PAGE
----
Tuesday, December 4, 2012

Life of Pi

People kept telling me to read Life of Pi, by Yann Martel, and those people were right. I have a copy given to me by Gary, who writes in books, so it was fun to read it noticing his underlining and the occasional marginal note, like, "Hallucination?"

My husband read it before me, and he stuck a post-it (hot pink) on the back jacket flap: "Chapter 56. Fear." Chapter 56 is indeed about fear. My husband's handwriting looks remarkably like Gary's handwriting, but Tony claims he doesn't write in books, so 1) maybe I am really married to Gary and am just hallucinating that I am married to Tony 2) Tony forgot that he wrote in this book 3) the handwriting similarity is a mere coincidence.

But why didn't he warn me about Part 3? I finished Part 2, and said, "I think the part where you've written 'Hallucination' is real." He 1) said he doesn't write in books 2) thought I was talking about the algae island. I was talking about the voice with a French accent. (So maybe I'm not married to Gary.) He (Tony, not Gary) also mentioned quantum physics, but I did not find any in Life of Pi.

Anyway, then I read Part 3, finishing the book weeping. You'll recall that I finished the book The Worst  Best Christmas Pageant Ever, by Barbara Robinson, weeping, too. I have been asked to read the last chapter of The Best Christmas Pageant Ever aloud when our book group meets, so I practiced tonight, right after finishing Life of Pi, and wept all the way through. I will be a laughingstock. Or a cryingstalk.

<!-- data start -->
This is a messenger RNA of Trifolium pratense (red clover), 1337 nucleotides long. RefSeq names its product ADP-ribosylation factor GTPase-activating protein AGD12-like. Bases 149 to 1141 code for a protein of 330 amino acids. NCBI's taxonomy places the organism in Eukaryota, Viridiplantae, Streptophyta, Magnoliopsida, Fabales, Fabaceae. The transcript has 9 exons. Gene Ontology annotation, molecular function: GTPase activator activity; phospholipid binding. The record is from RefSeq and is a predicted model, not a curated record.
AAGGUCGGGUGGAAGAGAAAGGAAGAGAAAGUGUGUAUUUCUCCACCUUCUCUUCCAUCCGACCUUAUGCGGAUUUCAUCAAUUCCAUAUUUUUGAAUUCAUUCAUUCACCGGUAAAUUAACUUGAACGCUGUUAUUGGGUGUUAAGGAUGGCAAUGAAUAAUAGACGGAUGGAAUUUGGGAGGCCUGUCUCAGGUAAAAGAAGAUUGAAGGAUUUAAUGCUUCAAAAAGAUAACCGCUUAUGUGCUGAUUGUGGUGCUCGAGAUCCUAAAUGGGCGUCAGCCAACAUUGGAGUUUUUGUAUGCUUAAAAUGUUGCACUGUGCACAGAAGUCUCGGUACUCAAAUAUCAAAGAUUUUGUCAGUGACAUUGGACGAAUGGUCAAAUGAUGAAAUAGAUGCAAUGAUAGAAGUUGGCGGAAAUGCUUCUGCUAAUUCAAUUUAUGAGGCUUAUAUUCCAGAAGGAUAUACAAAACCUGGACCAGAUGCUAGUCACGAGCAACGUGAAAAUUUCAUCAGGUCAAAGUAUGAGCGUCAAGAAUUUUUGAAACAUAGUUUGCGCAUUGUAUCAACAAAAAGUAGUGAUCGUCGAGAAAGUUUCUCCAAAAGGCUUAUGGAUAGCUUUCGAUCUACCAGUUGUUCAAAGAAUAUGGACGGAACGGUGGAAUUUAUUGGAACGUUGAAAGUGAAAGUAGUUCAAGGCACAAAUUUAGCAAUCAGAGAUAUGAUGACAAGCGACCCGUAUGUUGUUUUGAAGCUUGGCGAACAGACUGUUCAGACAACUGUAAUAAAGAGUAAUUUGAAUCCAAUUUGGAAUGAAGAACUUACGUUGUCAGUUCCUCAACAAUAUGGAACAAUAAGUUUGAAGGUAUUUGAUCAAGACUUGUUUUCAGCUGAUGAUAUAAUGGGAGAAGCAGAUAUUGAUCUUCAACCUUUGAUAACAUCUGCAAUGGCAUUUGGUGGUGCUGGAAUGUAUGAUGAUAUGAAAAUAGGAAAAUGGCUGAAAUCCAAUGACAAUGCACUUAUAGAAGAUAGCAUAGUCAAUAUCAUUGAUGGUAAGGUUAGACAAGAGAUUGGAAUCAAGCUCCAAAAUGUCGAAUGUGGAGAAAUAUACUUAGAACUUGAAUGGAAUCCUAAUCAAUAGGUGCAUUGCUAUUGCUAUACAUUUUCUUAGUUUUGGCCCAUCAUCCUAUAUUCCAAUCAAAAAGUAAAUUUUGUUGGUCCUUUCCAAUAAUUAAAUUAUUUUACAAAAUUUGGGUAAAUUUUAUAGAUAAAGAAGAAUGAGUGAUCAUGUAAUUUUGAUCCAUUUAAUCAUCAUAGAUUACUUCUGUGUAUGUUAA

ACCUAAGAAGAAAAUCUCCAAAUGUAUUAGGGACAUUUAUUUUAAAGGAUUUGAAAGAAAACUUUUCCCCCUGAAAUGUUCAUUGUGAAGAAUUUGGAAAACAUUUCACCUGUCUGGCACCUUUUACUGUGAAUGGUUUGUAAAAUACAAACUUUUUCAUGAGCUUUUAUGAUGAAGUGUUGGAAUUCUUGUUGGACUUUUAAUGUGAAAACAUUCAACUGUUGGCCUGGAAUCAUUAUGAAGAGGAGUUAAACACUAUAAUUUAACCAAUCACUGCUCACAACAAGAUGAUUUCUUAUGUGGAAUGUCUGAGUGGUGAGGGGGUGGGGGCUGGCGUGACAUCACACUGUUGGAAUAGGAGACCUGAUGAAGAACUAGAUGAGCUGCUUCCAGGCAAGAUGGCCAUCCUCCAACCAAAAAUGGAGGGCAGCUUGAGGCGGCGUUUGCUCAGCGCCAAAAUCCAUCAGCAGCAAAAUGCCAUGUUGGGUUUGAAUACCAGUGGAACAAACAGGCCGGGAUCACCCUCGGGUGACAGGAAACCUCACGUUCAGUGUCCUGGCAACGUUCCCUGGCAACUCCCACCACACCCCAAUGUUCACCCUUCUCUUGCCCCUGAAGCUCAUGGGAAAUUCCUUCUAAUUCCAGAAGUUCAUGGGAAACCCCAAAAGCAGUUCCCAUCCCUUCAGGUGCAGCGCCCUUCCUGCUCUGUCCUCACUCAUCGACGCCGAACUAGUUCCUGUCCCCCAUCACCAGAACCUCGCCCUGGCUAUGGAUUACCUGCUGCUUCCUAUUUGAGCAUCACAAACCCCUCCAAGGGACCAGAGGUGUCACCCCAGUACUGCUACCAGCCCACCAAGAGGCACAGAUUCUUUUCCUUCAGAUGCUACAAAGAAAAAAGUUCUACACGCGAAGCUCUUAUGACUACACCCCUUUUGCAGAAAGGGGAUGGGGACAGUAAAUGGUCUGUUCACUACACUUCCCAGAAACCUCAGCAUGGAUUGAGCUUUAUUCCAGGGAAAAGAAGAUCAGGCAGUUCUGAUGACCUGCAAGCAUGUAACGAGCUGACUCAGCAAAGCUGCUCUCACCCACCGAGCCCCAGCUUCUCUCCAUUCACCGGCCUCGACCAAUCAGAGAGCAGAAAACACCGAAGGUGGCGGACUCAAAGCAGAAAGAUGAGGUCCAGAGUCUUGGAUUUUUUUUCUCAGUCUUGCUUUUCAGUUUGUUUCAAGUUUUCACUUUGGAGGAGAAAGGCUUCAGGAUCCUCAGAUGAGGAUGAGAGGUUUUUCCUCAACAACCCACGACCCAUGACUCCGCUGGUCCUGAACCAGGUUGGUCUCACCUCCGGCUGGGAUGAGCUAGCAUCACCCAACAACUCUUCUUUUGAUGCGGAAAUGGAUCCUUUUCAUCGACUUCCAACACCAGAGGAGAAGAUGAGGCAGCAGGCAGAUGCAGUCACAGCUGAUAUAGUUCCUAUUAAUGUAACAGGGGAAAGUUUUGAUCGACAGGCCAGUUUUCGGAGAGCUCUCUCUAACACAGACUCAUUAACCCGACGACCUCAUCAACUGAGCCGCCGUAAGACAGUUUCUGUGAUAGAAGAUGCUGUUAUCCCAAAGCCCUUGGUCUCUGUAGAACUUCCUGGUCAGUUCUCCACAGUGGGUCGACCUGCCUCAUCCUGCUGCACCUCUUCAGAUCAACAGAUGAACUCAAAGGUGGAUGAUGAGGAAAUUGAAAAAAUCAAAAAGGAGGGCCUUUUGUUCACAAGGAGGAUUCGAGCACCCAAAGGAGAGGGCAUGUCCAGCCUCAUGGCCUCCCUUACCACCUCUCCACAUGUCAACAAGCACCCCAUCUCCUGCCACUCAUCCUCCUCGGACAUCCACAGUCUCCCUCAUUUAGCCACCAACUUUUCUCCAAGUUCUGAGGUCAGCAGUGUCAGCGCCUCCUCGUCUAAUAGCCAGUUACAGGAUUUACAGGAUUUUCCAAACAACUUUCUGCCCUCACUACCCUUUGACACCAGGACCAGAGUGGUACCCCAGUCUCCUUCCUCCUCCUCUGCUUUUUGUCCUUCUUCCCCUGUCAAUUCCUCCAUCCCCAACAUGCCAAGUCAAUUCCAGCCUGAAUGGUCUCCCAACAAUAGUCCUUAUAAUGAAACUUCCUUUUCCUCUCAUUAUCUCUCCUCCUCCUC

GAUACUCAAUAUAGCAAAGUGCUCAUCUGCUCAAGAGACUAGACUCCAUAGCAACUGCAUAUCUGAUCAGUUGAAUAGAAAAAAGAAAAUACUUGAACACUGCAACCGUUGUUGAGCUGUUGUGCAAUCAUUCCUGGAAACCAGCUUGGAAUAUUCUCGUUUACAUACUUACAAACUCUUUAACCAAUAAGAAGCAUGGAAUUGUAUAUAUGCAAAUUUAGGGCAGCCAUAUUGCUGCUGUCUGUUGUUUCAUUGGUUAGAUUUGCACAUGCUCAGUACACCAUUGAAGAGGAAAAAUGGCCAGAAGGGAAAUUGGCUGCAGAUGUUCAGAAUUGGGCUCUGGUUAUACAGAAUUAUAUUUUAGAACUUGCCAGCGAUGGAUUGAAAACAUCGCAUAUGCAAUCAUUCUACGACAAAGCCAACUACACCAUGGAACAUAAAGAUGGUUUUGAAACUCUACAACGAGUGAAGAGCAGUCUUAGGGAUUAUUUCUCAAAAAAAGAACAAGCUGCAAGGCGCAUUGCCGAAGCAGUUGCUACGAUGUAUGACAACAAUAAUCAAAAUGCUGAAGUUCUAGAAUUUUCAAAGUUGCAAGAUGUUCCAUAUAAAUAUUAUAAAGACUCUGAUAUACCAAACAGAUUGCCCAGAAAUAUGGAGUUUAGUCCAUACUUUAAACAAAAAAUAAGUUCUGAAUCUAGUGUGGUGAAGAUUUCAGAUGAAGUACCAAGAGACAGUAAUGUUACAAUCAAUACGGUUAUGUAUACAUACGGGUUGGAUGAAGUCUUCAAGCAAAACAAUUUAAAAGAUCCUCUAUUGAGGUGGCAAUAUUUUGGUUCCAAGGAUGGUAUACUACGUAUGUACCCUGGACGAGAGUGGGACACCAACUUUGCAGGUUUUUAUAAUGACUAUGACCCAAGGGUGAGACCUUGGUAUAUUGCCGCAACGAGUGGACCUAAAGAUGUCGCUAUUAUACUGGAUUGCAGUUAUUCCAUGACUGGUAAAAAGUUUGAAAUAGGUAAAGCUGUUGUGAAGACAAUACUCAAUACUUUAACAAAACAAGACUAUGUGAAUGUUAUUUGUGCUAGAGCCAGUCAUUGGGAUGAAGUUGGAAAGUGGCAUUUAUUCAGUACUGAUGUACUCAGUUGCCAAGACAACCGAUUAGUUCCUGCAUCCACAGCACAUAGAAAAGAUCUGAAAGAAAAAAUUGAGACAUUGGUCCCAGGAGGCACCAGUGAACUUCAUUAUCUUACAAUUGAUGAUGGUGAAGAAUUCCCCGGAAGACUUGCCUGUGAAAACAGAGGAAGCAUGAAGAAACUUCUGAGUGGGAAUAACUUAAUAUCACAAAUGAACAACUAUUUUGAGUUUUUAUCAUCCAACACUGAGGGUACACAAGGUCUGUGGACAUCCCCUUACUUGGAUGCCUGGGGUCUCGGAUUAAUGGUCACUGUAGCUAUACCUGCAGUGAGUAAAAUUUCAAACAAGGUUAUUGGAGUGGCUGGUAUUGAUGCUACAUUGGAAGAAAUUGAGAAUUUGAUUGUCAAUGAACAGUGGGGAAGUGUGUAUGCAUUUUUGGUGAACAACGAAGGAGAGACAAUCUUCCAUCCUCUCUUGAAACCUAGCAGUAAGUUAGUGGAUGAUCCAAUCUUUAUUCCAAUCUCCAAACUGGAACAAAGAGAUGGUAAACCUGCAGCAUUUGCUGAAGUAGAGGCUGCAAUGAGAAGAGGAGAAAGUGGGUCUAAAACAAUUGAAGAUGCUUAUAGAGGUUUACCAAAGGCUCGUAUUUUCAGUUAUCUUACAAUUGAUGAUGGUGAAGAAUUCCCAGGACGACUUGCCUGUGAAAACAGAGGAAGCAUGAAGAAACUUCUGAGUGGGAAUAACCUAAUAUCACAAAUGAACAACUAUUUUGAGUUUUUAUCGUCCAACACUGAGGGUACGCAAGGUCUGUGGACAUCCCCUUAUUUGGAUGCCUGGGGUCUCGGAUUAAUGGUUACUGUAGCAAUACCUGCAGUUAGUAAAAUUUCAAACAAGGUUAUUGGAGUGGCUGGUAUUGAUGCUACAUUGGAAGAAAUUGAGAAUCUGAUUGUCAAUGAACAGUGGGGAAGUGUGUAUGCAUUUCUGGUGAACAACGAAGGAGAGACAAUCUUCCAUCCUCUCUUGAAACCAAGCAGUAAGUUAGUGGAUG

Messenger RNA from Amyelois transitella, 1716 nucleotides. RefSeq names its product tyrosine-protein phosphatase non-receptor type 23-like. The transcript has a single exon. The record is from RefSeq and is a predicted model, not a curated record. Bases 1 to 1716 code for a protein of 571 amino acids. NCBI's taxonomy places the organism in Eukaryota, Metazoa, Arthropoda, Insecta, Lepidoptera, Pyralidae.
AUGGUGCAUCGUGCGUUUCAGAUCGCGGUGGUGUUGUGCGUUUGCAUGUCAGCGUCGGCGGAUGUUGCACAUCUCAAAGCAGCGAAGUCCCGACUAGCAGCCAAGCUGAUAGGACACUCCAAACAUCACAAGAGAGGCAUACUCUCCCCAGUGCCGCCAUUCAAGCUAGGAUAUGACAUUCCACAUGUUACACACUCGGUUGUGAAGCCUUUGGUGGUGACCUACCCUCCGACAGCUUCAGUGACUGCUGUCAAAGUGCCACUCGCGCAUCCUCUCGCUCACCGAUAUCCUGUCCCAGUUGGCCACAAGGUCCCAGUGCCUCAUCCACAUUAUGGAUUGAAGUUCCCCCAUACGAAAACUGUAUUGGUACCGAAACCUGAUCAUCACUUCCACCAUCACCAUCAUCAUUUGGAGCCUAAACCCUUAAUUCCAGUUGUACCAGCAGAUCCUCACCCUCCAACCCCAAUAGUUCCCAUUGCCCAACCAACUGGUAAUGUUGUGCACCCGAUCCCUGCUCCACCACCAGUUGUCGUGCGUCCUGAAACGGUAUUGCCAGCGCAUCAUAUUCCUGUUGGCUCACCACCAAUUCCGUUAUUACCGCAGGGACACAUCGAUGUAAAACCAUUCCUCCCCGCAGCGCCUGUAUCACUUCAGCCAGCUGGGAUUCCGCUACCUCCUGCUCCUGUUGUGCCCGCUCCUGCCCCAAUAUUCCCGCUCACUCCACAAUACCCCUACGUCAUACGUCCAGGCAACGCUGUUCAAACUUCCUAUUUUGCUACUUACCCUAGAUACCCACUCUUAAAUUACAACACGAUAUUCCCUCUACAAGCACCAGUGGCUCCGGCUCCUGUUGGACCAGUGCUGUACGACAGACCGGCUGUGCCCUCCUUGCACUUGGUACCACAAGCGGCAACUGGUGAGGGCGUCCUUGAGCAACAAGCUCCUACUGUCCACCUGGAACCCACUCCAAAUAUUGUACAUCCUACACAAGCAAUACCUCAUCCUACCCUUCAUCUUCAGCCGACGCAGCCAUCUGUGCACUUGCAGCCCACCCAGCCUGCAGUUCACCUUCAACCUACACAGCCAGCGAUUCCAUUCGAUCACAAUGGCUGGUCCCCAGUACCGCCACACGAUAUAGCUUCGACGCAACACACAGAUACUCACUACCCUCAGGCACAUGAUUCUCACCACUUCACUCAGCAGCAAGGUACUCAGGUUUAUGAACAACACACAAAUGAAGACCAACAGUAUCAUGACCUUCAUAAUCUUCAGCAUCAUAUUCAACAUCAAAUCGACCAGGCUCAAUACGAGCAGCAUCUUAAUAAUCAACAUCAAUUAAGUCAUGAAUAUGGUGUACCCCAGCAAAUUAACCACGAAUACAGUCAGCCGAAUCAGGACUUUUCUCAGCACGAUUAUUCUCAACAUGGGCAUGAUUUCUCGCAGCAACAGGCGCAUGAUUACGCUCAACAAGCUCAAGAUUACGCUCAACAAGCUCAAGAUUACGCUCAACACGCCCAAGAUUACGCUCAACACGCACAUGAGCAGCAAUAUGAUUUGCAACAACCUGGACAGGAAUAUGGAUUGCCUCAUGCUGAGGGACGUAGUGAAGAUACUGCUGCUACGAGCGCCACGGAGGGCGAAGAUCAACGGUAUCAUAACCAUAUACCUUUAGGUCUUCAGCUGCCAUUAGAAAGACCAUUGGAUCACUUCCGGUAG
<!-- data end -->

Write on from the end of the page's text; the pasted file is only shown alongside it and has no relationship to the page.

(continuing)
While tear-laden sensitivity does run in my family, neither book is sentimental. The children's book nicely cuts through the crap of Christmas pageants, and Life of Pi was a fascinating adventure novel with zoology and comparative religion in it till I got to Part 3, when it bumped itself up a notch.

Both books contain a fine, dark hilarity. Watch out for algae.


seana graham said...

Our family are criers too. We cry at everything. My sister once told me that she had once cried at a yogurt commercial. It's not a bad thing, but it does tend to worry other people a bit.

I loved Life of Pi. I read it quite awhile ago. What I really loved about it, though, was the reality of the tiger. He wasn't good, he wasn't bad, he was just a tiger. It's hard to write about the truth of animals like that.

Karen J. Weyant said...

I am re-reading Life of Pi, too. And really wondering about the movie.

Kathleen said...

Karen, I know! How will they manage so many aspects and layers of this book in movie form? But have you seen a movie called The Fall?


Brilliant, touching, weird, blew me away! I hope Life of Pi is as good as The Fall!

Seana, what you say about the tiger reminds me of the story of the toad and the scorpion, and particularly the song "Shoulda Known" by William Galison on the album Got You on My Mind, a collaboration with Madeleine Peyroux. Carly Simon sings the scorpion in this song!

Sandy Longhorn said...

Read Pi when it first came out. Need to re-read.

Super cryingstalk here!

Kathleen said...

Sandy, I love the band called The Weepies.

Kim said...

Kids still talk about how I sobbed reading the last pages of The Amazing Adventures of Edward Tulane aloud to them. My son said his teacher read it to them and SHE didn't cry. I asked him, "What's wrong with her?"

Kathleen said...

I sob through the ending of The Littlest Angel, too.